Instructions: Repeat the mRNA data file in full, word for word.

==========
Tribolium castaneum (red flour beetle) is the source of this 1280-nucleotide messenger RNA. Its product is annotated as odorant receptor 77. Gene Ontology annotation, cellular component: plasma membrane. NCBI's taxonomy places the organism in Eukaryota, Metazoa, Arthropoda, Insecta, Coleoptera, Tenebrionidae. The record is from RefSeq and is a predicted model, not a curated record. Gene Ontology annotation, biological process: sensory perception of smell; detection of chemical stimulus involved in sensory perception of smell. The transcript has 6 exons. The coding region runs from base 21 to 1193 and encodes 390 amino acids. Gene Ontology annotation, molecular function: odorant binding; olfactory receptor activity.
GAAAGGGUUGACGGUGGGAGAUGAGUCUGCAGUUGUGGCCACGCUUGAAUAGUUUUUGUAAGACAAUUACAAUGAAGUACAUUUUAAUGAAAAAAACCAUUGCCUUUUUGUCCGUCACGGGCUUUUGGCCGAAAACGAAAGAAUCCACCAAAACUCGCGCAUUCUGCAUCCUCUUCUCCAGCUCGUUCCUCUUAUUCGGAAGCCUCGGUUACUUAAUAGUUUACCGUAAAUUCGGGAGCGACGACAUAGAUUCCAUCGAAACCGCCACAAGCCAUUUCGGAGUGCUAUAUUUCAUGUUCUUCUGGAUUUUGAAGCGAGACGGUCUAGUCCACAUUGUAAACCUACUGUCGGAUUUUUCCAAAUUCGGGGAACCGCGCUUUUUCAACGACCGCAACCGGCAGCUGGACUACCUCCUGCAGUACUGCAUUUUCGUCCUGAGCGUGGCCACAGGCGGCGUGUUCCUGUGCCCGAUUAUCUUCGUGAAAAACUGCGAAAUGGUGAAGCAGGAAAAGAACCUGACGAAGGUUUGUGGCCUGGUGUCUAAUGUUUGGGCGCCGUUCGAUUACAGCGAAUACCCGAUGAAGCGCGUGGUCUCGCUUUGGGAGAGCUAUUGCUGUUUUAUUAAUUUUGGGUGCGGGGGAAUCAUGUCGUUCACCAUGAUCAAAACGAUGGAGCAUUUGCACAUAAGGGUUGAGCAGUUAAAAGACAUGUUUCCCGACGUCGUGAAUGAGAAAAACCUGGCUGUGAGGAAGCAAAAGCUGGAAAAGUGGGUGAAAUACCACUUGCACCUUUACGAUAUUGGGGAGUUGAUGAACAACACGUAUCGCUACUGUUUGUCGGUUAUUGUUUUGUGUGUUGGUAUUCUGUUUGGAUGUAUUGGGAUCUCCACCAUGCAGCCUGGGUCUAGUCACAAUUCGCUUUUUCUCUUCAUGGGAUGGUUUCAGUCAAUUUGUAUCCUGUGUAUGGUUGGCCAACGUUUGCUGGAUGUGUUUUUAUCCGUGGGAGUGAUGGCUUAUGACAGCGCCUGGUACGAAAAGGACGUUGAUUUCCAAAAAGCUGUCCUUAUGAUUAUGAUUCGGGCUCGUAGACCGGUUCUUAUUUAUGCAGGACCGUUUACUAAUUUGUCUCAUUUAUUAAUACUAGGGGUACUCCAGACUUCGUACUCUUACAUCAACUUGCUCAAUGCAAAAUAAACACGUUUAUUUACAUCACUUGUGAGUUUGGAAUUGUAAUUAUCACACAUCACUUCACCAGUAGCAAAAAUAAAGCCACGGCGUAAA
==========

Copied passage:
Tribolium castaneum (red flour beetle) is the source of this 1280-nucleotide messenger RNA. Its product is annotated as odorant receptor 77. Gene Ontology annotation, cellular component: plasma membrane. NCBI's taxonomy places the organism in Eukaryota, Metazoa, Arthropoda, Insecta, Coleoptera, Tenebrionidae. The record is from RefSeq and is a predicted model, not a curated record. Gene Ontology annotation, biological process: sensory perception of smell; detection of chemical stimulus involved in sensory perception of smell. The transcript has 6 exons. The coding region runs from base 21 to 1193 and encodes 390 amino acids. Gene Ontology annotation, molecular function: odorant binding; olfactory receptor activity.
GAAAGGGUUGACGGUGGGAGAUGAGUCUGCAGUUGUGGCCACGCUUGAAUAGUUUUUGUAAGACAAUUACAAUGAAGUACAUUUUAAUGAAAAAAACCAUUGCCUUUUUGUCCGUCACGGGCUUUUGGCCGAAAACGAAAGAAUCCACCAAAACUCGCGCAUUCUGCAUCCUCUUCUCCAGCUCGUUCCUCUUAUUCGGAAGCCUCGGUUACUUAAUAGUUUACCGUAAAUUCGGGAGCGACGACAUAGAUUCCAUCGAAACCGCCACAAGCCAUUUCGGAGUGCUAUAUUUCAUGUUCUUCUGGAUUUUGAAGCGAGACGGUCUAGUCCACAUUGUAAACCUACUGUCGGAUUUUUCCAAAUUCGGGGAACCGCGCUUUUUCAACGACCGCAACCGGCAGCUGGACUACCUCCUGCAGUACUGCAUUUUCGUCCUGAGCGUGGCCACAGGCGGCGUGUUCCUGUGCCCGAUUAUCUUCGUGAAAAACUGCGAAAUGGUGAAGCAGGAAAAGAACCUGACGAAGGUUUGUGGCCUGGUGUCUAAUGUUUGGGCGCCGUUCGAUUACAGCGAAUACCCGAUGAAGCGCGUGGUCUCGCUUUGGGAGAGCUAUUGCUGUUUUAUUAAUUUUGGGUGCGGGGGAAUCAUGUCGUUCACCAUGAUCAAAACGAUGGAGCAUUUGCACAUAAGGGUUGAGCAGUUAAAAGACAUGUUUCCCGACGUCGUGAAUGAGAAAAACCUGGCUGUGAGGAAGCAAAAGCUGGAAAAGUGGGUGAAAUACCACUUGCACCUUUACGAUAUUGGGGAGUUGAUGAACAACACGUAUCGCUACUGUUUGUCGGUUAUUGUUUUGUGUGUUGGUAUUCUGUUUGGAUGUAUUGGGAUCUCCACCAUGCAGCCUGGGUCUAGUCACAAUUCGCUUUUUCUCUUCAUGGGAUGGUUUCAGUCAAUUUGUAUCCUGUGUAUGGUUGGCCAACGUUUGCUGGAUGUGUUUUUAUCCGUGGGAGUGAUGGCUUAUGACAGCGCCUGGUACGAAAAGGACGUUGAUUUCCAAAAAGCUGUCCUUAUGAUUAUGAUUCGGGCUCGUAGACCGGUUCUUAUUUAUGCAGGACCGUUUACUAAUUUGUCUCAUUUAUUAAUACUAGGGGUACUCCAGACUUCGUACUCUUACAUCAACUUGCUCAAUGCAAAAUAAACACGUUUAUUUACAUCACUUGUGAGUUUGGAAUUGUAAUUAUCACACAUCACUUCACCAGUAGCAAAAAUAAAGCCACGGCGUAAA